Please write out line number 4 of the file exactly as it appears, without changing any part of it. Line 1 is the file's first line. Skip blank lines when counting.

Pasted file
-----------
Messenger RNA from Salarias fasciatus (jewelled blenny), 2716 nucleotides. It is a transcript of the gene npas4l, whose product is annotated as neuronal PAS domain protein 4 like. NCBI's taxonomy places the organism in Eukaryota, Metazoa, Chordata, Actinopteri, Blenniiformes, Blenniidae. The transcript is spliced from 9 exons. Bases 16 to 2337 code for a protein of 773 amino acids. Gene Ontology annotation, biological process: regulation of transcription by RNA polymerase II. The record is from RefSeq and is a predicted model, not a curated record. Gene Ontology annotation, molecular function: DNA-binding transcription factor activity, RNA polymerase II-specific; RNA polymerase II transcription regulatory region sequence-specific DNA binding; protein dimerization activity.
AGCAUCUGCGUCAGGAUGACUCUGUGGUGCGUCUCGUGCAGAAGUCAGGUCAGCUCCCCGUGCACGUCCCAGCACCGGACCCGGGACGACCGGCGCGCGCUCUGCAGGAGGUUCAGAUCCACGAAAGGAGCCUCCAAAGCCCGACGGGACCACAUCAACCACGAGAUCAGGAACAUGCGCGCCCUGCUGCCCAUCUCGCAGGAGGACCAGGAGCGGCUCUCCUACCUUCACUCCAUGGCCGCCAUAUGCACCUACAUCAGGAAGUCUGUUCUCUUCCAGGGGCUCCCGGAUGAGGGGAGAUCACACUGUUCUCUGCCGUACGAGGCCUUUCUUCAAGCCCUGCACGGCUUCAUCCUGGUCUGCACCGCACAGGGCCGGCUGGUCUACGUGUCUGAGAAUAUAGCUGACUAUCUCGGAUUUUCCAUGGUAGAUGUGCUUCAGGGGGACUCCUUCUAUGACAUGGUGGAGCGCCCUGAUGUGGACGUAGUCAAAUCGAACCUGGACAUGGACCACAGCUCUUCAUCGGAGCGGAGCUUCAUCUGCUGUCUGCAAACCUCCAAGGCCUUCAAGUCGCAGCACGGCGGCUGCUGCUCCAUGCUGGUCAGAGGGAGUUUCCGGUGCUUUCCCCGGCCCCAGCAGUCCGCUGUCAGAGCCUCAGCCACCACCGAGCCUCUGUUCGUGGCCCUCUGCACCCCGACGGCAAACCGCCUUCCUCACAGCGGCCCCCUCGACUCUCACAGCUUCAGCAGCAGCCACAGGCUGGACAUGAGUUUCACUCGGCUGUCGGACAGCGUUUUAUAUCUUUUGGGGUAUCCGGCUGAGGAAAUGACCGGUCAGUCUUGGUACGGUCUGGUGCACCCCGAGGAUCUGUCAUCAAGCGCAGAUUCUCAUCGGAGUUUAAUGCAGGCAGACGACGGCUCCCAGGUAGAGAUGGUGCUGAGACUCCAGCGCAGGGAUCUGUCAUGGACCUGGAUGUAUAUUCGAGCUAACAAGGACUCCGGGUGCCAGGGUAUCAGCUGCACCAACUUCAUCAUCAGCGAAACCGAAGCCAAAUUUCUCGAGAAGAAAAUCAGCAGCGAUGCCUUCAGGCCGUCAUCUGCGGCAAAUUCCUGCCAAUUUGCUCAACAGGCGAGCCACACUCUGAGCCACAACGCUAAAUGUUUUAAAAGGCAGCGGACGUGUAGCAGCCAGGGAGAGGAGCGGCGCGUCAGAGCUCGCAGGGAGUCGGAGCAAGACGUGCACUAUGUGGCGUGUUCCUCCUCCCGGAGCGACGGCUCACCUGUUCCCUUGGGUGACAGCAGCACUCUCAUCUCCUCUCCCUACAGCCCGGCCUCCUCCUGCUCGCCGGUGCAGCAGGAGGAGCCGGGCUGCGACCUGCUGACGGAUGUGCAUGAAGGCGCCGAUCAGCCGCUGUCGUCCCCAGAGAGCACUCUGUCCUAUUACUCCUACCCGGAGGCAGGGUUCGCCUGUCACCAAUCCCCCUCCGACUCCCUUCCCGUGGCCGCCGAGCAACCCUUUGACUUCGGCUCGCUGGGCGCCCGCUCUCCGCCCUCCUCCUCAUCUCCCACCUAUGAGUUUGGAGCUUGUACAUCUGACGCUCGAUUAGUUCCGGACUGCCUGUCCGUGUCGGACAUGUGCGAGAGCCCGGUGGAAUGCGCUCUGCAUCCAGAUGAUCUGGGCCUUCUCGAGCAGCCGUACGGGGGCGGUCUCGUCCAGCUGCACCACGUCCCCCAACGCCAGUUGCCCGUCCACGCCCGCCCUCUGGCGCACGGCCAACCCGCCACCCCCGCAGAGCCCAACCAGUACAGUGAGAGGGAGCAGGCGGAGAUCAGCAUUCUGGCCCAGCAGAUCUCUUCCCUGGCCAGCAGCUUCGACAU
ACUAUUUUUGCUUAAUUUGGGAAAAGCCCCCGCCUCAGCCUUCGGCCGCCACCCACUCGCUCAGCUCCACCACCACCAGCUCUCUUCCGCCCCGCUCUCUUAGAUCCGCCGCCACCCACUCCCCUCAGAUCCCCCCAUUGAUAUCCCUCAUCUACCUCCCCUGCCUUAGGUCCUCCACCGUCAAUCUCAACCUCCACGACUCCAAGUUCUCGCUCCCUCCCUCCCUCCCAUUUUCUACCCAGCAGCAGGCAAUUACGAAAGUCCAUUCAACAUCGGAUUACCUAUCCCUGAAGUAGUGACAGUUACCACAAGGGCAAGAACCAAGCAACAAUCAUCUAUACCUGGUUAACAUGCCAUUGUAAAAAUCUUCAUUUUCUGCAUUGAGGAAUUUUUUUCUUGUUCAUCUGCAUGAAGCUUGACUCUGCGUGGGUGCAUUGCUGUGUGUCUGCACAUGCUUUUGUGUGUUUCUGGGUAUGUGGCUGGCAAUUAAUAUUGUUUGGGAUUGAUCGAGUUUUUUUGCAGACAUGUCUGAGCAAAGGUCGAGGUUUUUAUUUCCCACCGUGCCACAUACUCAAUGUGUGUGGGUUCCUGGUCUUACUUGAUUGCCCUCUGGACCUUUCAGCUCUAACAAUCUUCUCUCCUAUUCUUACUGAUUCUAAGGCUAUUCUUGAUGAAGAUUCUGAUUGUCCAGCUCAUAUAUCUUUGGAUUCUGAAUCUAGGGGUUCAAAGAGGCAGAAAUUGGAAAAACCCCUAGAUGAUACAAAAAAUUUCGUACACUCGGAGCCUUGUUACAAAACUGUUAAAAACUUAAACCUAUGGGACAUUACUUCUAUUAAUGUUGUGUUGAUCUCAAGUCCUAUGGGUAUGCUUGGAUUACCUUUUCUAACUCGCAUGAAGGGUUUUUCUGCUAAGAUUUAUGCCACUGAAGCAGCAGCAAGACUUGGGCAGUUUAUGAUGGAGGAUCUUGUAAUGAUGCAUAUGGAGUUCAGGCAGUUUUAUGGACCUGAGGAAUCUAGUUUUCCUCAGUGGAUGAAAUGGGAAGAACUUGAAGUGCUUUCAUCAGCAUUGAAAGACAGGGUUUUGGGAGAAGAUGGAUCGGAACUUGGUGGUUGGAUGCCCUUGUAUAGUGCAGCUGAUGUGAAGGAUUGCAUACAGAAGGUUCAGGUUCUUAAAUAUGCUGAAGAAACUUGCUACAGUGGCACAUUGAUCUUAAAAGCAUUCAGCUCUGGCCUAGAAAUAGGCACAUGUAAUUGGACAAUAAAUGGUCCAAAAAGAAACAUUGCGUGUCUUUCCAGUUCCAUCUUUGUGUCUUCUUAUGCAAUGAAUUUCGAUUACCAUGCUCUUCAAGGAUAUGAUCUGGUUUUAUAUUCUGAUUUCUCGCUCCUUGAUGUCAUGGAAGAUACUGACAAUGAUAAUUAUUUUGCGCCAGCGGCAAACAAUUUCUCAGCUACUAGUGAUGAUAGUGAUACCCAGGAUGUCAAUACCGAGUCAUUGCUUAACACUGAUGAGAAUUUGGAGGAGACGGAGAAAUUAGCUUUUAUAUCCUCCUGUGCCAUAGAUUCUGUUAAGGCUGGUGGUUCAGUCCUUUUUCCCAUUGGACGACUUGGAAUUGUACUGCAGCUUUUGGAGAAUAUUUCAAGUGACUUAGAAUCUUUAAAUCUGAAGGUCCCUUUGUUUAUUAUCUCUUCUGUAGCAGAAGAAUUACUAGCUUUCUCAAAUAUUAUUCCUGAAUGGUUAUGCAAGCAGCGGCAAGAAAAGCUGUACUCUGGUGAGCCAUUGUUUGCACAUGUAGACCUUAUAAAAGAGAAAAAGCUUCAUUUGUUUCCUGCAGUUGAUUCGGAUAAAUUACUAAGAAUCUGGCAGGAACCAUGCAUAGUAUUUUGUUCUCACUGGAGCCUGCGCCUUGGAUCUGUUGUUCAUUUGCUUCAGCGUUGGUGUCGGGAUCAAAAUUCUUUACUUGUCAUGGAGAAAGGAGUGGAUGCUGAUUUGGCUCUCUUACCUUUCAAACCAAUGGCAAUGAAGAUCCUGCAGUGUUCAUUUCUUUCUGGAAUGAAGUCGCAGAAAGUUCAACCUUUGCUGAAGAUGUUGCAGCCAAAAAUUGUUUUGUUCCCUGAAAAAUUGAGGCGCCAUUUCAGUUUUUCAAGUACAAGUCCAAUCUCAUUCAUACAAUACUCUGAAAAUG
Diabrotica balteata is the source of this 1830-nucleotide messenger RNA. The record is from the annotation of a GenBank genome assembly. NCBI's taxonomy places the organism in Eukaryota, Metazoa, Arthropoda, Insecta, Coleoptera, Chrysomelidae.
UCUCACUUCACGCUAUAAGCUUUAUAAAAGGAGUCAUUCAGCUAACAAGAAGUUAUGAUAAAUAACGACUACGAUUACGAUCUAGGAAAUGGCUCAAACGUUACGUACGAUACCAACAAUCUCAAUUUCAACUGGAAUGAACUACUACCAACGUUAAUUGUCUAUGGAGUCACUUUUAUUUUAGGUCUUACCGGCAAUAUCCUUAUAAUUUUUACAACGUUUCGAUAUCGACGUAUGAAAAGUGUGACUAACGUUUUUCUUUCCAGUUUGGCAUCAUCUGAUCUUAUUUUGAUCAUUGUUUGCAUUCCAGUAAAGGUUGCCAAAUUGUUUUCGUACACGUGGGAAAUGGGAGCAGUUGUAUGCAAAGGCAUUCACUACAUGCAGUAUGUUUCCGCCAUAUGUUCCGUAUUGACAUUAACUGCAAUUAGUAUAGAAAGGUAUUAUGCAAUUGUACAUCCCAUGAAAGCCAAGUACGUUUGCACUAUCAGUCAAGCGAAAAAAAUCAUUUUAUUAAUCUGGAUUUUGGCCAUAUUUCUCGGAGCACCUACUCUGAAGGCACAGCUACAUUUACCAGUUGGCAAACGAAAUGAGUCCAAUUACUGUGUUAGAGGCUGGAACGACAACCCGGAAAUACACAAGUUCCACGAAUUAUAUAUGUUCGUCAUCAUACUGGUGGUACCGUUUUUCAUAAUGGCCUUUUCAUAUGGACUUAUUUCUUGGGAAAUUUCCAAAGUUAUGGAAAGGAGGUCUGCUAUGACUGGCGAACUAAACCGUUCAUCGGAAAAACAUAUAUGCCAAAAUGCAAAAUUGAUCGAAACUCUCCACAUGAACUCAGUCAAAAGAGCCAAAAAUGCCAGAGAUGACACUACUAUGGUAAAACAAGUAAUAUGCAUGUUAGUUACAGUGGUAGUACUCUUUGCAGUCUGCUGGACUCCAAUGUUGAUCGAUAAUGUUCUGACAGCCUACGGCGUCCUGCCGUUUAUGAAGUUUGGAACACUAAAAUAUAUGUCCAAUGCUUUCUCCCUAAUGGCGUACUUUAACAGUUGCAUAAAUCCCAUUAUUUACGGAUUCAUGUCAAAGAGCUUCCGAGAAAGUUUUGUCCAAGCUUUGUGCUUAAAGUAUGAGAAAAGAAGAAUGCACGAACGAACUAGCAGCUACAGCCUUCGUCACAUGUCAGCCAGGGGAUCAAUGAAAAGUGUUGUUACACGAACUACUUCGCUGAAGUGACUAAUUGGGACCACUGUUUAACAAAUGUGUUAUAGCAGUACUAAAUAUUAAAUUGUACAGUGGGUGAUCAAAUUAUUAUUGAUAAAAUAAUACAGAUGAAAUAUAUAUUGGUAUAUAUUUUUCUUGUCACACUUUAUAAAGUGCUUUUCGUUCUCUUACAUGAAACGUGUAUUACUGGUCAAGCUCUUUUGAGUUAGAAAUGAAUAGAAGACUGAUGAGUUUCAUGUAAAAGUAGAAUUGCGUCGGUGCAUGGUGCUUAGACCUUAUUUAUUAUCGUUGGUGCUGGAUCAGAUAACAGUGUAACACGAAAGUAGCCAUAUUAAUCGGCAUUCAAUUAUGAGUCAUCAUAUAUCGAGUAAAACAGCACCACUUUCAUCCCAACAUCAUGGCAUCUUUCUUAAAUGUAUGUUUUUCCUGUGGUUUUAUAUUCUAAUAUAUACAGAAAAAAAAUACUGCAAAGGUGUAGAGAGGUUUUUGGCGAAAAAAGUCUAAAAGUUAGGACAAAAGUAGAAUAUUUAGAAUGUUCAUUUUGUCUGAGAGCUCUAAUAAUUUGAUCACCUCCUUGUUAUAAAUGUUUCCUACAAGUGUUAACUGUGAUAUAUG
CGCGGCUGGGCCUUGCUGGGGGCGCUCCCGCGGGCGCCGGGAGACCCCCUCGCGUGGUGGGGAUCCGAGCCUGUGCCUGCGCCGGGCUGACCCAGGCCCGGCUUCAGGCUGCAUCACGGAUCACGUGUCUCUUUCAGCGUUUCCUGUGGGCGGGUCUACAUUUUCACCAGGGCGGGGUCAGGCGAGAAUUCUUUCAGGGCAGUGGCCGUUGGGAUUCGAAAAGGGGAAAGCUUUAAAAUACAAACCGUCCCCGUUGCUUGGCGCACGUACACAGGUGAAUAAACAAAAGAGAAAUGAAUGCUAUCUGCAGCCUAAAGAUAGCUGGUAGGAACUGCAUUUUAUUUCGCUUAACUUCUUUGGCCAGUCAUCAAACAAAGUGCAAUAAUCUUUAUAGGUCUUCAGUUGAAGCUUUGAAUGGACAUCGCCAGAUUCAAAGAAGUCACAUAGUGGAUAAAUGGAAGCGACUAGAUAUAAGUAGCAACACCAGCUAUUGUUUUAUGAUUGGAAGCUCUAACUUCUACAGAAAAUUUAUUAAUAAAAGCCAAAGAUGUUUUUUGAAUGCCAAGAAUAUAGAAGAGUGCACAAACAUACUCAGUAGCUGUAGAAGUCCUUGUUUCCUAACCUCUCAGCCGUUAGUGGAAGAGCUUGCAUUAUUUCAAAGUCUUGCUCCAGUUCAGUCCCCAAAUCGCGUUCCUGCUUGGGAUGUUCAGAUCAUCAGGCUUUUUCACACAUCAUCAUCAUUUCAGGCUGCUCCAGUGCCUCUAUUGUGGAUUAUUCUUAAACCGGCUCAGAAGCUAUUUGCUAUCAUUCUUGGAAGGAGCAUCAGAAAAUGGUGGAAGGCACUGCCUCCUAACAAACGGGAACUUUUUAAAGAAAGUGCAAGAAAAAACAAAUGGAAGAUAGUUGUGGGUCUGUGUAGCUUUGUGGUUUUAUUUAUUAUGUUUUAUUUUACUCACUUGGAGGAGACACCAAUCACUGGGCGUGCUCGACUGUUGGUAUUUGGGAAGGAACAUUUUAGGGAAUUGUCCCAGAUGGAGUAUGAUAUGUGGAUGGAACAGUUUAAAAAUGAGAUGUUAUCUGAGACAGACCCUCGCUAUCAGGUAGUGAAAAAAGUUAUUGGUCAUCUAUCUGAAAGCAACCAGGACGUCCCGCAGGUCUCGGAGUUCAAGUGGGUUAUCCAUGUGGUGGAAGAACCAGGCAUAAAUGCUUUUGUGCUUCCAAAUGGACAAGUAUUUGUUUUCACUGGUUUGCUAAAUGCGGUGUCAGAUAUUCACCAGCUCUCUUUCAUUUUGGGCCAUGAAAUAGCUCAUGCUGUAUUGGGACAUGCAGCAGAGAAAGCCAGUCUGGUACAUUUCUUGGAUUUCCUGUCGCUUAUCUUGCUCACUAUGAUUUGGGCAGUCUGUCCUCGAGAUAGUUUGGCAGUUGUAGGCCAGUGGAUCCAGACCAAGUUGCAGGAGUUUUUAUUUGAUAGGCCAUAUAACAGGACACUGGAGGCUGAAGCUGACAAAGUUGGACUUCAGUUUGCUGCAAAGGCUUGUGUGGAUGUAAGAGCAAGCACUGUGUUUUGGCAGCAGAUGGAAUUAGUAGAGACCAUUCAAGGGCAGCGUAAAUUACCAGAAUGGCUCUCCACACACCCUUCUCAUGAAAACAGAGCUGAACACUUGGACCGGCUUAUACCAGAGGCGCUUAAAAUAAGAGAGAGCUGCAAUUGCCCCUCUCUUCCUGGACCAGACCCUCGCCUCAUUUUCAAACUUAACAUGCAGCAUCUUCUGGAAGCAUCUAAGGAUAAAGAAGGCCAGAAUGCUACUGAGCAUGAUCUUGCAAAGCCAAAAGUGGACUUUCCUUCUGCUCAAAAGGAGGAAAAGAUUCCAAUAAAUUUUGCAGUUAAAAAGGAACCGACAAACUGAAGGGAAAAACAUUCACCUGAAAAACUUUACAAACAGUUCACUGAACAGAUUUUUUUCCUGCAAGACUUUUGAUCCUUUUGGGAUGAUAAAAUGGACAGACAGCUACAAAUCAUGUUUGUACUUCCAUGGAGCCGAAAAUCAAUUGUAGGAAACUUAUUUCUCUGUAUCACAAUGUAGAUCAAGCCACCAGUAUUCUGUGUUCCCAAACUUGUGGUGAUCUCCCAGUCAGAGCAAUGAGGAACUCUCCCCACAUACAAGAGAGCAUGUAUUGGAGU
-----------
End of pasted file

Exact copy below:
Diabrotica balteata is the source of this 1830-nucleotide messenger RNA. The record is from the annotation of a GenBank genome assembly. NCBI's taxonomy places the organism in Eukaryota, Metazoa, Arthropoda, Insecta, Coleoptera, Chrysomelidae.